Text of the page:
Equal Access Language Services invited to participate on Ignite Annapolis

Carol Velandia, CEO of Equal Access Language Services was selected to speak at Ignite Annapolis. In five minutes she expresses the need to disrupt the concepts of Diversity, Equity and Inclusion by incorporating Language Access as a key component.

Words can kill. The word INTOXICADO left Willy Ramírez quadriplegic. It sounds like “Intoxicated” but it means food poisoning in Spanish. When willy arrived to the hospital, instead of using a professional interpreter, the doctor used a bilingual family member, who mistranslated the word intoxicado as intoxicated, the doctor assumed Willy was drunk and delayed treatment. They discovered too late that Willie had suffered a massive aneurism and that time was of the essence to prevent the damage he suffered.
This terrible scenario could have been prevented if effective communication and language access policies such as offering professional interpretation had been in place.
In 2013 the Agency for Healthcare Research and Quality demonstrated that Limited English proficient persons (that amount to 29 million people) suffer severe harm in hospitals at a rate of 4 times more than English speakers. They also demonstrated that bilingual untrained ad-hoc persons will cause errors with detrimental consequences in 22% of the cases.
When I provided interpretation services for Jose, the patient that inspires me to advocate for language access, I realized how our health is our most important asset and how communication can make the difference between life and death. Jose left Honduras fleeing gang violence to save his life. When he arrived to the united states, he had his health and body to be able to work… that was his only asset. But then, he got sick, went to the hospital, they didn’t have an interpreter and he had to wait 2 more months for a diagnosis. Meanwhile he got more ill. After all he went through to come here and save his life, we failed him, Jose was victimized one more time.
Language not only provides access to culture, ideas, values, thoughts, and emotions. It is a powerful too! In medicine, communication is the most important diagnostic tool and in law it is the link to due process. Language is a key to access, social justice, and peace.
The paradox is that Current definitions of cultural competency describe the ability to understand, communicate and effectively interact with people across cultures, however, it assumes that interactions occur within the same LANGUAGE. Similarly Diversity, Equity and Inclusion trainings are not designed to help organizations include the linguistically diverse population that they serve.
This oversight impacted Jose greatly and it is impacting 29 million people in the United States that don’t speak English. They experience more misdiagnoses, surgical delays, falls, and in general, worse outcomes in healthcare and other public and private services than the English speaking population.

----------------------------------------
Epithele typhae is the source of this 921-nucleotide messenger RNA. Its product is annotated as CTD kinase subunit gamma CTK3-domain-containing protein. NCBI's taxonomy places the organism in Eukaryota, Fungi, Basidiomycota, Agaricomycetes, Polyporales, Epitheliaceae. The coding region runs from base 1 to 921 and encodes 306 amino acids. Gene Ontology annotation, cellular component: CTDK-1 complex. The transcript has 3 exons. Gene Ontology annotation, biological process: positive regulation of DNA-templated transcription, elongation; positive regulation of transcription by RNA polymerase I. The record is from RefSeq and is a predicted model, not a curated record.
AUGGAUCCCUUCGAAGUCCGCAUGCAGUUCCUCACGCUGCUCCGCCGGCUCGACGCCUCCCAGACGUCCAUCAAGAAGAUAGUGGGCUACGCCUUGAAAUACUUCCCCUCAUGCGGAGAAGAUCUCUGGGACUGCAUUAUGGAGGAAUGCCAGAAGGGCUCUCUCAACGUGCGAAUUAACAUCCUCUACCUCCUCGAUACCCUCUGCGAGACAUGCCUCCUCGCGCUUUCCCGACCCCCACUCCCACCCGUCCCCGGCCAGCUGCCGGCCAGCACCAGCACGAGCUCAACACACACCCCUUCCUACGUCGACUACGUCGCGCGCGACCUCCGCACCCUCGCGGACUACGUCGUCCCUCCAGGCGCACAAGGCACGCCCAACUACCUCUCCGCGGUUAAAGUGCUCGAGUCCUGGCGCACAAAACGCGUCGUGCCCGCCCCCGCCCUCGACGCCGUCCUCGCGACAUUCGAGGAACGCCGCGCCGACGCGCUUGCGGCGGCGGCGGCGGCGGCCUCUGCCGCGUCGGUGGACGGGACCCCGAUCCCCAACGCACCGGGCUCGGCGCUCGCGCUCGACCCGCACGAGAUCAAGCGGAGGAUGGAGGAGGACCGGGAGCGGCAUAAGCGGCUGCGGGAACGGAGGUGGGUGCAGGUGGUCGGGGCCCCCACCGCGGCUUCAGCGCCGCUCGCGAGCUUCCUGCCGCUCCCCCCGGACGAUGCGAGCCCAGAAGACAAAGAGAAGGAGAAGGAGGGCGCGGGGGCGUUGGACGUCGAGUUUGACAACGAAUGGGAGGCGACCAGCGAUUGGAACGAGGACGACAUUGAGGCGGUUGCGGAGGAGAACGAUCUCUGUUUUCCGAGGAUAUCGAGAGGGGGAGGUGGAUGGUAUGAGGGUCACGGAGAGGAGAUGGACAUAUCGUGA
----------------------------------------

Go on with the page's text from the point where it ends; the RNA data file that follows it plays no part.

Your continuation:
How can we talk about Diversity, Equity, or Inclusion when we are regularly excluding 30 million people in the United States from effective access to services and effective communication! This is not only discriminatory and unethical, it is a bad and myopic business practice.
This is the problem I want to solve. I want to disrupt and expand the concept of Diversity, Equity and Inclusion by incorporating language access as a key component. I want true inclusion in our business practices and that is why I created: EITLA, a corporate training that stands for Effective Inclusion Through Language Access (EITLA).
With EILA I want to drive three main points:
Not offering effective communication is denying access, and that is discriminatory. Period. No ifs, ands or buts.
You need to work with professional linguists: Interpreters for the spoken and sign language and translators for v the written word.
Regardless or the size of your business or your industry, you need to include a a language access plan, budget for it! You need to include the multilingual population that you serve in your strategic vision, Make it a part of your operative expenses. You will see that doing good by including an underserved population will help you do well in your business and your bottom line.
My mission is to make language access as universal and as effective as hand sanitizer. I want to invite you to share my vision of a more competent, equitable, accessible, and inclusive society where language is used as an equalizer.

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